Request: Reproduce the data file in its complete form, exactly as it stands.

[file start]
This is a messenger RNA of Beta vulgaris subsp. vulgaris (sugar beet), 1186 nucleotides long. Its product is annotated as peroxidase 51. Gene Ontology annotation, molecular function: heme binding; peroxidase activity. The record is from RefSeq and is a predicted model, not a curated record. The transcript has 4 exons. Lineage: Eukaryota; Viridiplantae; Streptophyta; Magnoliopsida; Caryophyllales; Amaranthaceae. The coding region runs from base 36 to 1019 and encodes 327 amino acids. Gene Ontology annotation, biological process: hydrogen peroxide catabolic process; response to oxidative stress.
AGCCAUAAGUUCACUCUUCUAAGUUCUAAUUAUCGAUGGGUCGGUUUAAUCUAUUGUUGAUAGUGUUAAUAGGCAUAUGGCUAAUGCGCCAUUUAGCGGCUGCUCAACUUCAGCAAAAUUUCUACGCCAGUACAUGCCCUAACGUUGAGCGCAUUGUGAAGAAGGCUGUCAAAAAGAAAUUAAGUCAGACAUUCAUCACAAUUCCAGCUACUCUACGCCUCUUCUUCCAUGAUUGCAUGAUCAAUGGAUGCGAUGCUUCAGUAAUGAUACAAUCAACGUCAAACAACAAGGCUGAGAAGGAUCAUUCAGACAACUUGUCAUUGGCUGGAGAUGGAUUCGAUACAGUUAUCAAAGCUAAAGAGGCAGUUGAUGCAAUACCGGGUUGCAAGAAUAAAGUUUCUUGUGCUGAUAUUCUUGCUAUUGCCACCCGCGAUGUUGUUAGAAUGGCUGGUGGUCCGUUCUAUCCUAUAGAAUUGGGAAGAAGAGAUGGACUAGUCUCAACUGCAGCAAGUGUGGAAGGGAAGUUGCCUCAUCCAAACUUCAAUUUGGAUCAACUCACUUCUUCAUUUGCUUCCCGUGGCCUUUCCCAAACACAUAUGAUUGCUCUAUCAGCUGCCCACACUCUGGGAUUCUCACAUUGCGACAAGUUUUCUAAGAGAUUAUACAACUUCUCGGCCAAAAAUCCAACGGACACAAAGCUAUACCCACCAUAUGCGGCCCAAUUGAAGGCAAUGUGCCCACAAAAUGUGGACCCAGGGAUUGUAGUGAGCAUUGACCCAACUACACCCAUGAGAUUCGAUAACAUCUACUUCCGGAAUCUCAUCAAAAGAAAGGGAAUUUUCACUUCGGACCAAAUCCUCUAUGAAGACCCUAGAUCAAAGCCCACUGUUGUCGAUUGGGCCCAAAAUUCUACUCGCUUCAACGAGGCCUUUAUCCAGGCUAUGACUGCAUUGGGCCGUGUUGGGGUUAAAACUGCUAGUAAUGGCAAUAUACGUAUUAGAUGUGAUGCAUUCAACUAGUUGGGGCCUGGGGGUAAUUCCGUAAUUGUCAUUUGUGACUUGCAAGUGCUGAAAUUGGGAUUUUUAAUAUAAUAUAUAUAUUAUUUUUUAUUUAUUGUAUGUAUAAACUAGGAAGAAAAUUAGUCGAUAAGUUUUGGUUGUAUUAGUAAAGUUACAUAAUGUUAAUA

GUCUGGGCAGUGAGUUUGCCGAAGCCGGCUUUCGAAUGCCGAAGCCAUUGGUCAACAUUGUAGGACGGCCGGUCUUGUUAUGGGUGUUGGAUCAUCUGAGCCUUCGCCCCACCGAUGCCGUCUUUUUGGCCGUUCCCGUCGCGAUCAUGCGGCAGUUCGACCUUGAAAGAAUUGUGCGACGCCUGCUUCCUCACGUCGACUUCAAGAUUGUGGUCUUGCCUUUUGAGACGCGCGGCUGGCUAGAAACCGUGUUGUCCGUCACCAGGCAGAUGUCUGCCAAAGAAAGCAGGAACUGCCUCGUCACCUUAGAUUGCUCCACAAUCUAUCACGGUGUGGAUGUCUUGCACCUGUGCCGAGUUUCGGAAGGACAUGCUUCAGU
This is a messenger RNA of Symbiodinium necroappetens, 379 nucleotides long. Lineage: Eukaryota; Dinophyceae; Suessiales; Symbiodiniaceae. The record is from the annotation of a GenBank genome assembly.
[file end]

This is a messenger RNA of Beta vulgaris subsp. vulgaris (sugar beet), 1186 nucleotides long. Its product is annotated as peroxidase 51. Gene Ontology annotation, molecular function: heme binding; peroxidase activity. The record is from RefSeq and is a predicted model, not a curated record. The transcript has 4 exons. Lineage: Eukaryota; Viridiplantae; Streptophyta; Magnoliopsida; Caryophyllales; Amaranthaceae. The coding region runs from base 36 to 1019 and encodes 327 amino acids. Gene Ontology annotation, biological process: hydrogen peroxide catabolic process; response to oxidative stress.
AGCCAUAAGUUCACUCUUCUAAGUUCUAAUUAUCGAUGGGUCGGUUUAAUCUAUUGUUGAUAGUGUUAAUAGGCAUAUGGCUAAUGCGCCAUUUAGCGGCUGCUCAACUUCAGCAAAAUUUCUACGCCAGUACAUGCCCUAACGUUGAGCGCAUUGUGAAGAAGGCUGUCAAAAAGAAAUUAAGUCAGACAUUCAUCACAAUUCCAGCUACUCUACGCCUCUUCUUCCAUGAUUGCAUGAUCAAUGGAUGCGAUGCUUCAGUAAUGAUACAAUCAACGUCAAACAACAAGGCUGAGAAGGAUCAUUCAGACAACUUGUCAUUGGCUGGAGAUGGAUUCGAUACAGUUAUCAAAGCUAAAGAGGCAGUUGAUGCAAUACCGGGUUGCAAGAAUAAAGUUUCUUGUGCUGAUAUUCUUGCUAUUGCCACCCGCGAUGUUGUUAGAAUGGCUGGUGGUCCGUUCUAUCCUAUAGAAUUGGGAAGAAGAGAUGGACUAGUCUCAACUGCAGCAAGUGUGGAAGGGAAGUUGCCUCAUCCAAACUUCAAUUUGGAUCAACUCACUUCUUCAUUUGCUUCCCGUGGCCUUUCCCAAACACAUAUGAUUGCUCUAUCAGCUGCCCACACUCUGGGAUUCUCACAUUGCGACAAGUUUUCUAAGAGAUUAUACAACUUCUCGGCCAAAAAUCCAACGGACACAAAGCUAUACCCACCAUAUGCGGCCCAAUUGAAGGCAAUGUGCCCACAAAAUGUGGACCCAGGGAUUGUAGUGAGCAUUGACCCAACUACACCCAUGAGAUUCGAUAACAUCUACUUCCGGAAUCUCAUCAAAAGAAAGGGAAUUUUCACUUCGGACCAAAUCCUCUAUGAAGACCCUAGAUCAAAGCCCACUGUUGUCGAUUGGGCCCAAAAUUCUACUCGCUUCAACGAGGCCUUUAUCCAGGCUAUGACUGCAUUGGGCCGUGUUGGGGUUAAAACUGCUAGUAAUGGCAAUAUACGUAUUAGAUGUGAUGCAUUCAACUAGUUGGGGCCUGGGGGUAAUUCCGUAAUUGUCAUUUGUGACUUGCAAGUGCUGAAAUUGGGAUUUUUAAUAUAAUAUAUAUAUUAUUUUUUAUUUAUUGUAUGUAUAAACUAGGAAGAAAAUUAGUCGAUAAGUUUUGGUUGUAUUAGUAAAGUUACAUAAUGUUAAUA

GUCUGGGCAGUGAGUUUGCCGAAGCCGGCUUUCGAAUGCCGAAGCCAUUGGUCAACAUUGUAGGACGGCCGGUCUUGUUAUGGGUGUUGGAUCAUCUGAGCCUUCGCCCCACCGAUGCCGUCUUUUUGGCCGUUCCCGUCGCGAUCAUGCGGCAGUUCGACCUUGAAAGAAUUGUGCGACGCCUGCUUCCUCACGUCGACUUCAAGAUUGUGGUCUUGCCUUUUGAGACGCGCGGCUGGCUAGAAACCGUGUUGUCCGUCACCAGGCAGAUGUCUGCCAAAGAAAGCAGGAACUGCCUCGUCACCUUAGAUUGCUCCACAAUCUAUCACGGUGUGGAUGUCUUGCACCUGUGCCGAGUUUCGGAAGGACAUGCUUCAGU
This is a messenger RNA of Symbiodinium necroappetens, 379 nucleotides long. Lineage: Eukaryota; Dinophyceae; Suessiales; Symbiodiniaceae. The record is from the annotation of a GenBank genome assembly.